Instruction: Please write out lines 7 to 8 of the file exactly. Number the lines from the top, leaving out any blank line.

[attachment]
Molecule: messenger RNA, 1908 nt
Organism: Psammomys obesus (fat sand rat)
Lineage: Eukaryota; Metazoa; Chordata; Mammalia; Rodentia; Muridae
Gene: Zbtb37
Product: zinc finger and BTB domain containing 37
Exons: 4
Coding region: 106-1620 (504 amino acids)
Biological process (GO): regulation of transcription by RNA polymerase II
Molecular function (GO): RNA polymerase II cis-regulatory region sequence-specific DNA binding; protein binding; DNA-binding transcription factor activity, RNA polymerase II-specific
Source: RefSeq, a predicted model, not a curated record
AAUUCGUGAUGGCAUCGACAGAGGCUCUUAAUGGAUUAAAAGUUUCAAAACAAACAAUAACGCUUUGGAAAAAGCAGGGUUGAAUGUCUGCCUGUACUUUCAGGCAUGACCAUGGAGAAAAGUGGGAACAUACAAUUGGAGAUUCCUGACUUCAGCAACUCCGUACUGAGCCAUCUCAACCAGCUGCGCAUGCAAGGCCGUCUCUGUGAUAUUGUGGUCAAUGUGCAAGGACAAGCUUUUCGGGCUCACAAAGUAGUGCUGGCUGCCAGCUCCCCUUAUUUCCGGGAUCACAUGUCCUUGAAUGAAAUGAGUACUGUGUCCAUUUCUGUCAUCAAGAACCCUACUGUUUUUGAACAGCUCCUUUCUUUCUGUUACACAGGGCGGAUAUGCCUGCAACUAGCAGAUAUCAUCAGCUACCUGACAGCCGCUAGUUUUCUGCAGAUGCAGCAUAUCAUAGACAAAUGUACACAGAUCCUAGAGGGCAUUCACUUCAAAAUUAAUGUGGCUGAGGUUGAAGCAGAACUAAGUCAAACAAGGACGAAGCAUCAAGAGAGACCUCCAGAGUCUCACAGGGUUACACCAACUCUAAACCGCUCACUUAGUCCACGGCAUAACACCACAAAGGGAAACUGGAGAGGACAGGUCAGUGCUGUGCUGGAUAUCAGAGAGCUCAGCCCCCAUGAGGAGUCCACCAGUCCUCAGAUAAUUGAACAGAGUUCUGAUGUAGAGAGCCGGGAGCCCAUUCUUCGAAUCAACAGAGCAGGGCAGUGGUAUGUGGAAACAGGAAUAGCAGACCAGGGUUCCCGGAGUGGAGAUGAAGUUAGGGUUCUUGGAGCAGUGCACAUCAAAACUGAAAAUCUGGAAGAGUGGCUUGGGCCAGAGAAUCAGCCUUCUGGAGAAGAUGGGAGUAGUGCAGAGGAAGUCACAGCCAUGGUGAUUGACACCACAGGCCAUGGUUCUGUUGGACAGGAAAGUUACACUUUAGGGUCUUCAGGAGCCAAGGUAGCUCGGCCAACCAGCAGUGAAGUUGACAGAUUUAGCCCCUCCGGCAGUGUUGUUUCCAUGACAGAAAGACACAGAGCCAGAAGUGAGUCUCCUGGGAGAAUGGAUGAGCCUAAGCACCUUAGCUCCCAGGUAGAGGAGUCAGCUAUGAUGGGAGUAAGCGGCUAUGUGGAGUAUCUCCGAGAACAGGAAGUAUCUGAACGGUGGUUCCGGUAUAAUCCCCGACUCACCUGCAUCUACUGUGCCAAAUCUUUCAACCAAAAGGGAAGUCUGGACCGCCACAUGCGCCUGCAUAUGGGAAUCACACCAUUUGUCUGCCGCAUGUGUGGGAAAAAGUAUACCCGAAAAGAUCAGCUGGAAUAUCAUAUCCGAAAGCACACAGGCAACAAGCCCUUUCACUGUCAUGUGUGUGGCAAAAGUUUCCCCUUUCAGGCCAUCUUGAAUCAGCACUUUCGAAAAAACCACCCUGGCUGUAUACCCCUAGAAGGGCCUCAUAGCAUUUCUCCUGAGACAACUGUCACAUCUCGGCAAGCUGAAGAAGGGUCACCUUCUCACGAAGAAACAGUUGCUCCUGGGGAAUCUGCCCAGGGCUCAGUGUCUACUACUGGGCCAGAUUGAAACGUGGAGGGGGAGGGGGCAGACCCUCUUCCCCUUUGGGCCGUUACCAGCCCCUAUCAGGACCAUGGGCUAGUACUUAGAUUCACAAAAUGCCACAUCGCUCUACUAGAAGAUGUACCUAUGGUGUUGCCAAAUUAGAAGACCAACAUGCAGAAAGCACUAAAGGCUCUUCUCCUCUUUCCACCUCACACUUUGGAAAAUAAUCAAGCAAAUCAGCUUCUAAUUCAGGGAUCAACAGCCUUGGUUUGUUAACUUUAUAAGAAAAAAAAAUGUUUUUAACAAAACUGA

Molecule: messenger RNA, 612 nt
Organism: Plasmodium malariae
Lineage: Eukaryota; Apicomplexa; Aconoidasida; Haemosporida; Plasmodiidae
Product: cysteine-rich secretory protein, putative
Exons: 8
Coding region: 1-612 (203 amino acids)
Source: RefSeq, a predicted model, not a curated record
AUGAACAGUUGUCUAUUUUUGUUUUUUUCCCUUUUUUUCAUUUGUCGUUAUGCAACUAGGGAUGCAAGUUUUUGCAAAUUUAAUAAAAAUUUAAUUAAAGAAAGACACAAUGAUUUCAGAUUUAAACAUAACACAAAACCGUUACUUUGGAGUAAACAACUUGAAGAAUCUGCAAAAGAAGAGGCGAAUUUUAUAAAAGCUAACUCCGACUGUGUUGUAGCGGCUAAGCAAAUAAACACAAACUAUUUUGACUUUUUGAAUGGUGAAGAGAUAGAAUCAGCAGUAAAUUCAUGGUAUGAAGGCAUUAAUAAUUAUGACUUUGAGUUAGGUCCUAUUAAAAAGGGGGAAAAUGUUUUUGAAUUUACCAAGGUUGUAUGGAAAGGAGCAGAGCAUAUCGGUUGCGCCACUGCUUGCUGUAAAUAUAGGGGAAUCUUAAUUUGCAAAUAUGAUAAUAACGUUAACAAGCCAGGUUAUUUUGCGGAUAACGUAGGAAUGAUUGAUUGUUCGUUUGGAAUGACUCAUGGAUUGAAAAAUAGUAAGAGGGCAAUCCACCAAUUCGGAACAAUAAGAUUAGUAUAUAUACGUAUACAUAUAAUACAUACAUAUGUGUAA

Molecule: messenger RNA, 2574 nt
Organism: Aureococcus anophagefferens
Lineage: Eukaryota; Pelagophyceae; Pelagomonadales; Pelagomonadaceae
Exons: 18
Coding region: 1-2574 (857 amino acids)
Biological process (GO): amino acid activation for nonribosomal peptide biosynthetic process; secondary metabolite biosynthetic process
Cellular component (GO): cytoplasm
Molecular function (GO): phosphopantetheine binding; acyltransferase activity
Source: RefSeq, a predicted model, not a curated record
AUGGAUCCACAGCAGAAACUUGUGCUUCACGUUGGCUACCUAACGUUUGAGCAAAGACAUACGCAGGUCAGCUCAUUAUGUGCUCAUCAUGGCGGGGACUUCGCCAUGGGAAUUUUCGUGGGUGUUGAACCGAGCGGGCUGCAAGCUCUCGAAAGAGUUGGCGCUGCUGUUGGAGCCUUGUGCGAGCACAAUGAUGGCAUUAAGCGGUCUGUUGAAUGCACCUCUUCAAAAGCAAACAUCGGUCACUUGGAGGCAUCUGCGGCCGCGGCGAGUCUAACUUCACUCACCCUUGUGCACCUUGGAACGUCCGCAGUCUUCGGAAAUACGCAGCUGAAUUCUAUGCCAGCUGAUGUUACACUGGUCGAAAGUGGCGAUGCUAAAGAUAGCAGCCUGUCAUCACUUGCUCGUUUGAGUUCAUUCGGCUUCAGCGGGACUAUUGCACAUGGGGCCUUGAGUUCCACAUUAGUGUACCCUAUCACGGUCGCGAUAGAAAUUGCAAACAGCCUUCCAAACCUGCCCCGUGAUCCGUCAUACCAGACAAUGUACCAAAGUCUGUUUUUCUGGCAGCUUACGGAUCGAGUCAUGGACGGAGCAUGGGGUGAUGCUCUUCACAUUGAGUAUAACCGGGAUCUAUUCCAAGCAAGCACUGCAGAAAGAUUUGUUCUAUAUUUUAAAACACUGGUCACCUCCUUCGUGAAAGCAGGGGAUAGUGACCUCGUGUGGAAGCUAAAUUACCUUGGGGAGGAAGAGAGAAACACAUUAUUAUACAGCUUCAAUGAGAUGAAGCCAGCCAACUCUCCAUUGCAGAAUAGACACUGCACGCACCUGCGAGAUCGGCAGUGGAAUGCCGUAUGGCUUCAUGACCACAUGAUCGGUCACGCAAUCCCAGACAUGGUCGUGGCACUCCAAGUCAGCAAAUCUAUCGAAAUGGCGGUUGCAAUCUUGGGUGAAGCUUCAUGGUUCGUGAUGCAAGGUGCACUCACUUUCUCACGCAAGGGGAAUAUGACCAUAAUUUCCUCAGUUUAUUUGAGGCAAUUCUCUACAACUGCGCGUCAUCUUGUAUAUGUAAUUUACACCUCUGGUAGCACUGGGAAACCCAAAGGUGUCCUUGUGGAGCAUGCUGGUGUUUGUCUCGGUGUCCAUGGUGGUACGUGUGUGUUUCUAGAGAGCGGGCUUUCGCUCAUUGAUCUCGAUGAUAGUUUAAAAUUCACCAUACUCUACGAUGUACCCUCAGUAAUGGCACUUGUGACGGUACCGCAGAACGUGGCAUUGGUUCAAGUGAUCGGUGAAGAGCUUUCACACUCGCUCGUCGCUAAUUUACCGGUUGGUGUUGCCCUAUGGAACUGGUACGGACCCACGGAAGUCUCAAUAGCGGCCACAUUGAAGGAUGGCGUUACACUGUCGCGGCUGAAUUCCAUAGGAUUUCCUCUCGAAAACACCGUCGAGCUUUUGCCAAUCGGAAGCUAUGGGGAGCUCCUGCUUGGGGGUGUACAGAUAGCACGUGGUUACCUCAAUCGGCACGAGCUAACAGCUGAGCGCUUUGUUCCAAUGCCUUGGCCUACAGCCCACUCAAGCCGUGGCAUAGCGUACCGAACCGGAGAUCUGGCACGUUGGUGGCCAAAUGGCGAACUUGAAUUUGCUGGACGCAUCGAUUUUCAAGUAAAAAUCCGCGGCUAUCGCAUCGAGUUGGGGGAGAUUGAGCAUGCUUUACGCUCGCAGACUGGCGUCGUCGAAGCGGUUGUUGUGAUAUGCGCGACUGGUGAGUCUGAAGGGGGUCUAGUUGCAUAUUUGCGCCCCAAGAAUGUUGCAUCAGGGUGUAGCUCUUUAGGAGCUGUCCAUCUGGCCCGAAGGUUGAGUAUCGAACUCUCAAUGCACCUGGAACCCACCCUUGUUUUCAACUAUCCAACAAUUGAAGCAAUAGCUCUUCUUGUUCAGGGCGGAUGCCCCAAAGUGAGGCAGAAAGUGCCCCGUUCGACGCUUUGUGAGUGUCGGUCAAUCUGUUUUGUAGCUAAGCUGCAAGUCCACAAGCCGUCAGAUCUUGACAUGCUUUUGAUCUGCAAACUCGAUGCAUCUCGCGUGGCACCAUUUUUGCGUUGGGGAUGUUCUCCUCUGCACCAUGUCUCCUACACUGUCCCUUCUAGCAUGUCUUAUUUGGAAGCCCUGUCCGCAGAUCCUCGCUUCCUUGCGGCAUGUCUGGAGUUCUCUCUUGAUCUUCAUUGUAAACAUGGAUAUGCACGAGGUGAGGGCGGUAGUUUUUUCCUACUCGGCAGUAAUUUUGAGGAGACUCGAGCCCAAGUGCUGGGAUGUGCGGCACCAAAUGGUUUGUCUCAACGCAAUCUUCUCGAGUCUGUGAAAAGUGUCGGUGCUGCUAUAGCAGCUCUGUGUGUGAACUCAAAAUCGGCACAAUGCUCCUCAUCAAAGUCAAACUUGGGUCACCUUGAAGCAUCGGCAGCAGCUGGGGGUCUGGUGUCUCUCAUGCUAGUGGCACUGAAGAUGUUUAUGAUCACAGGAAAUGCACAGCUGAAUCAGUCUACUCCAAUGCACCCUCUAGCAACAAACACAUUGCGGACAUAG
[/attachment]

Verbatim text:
Coding region: 106-1620 (504 amino acids)
Biological process (GO): regulation of transcription by RNA polymerase II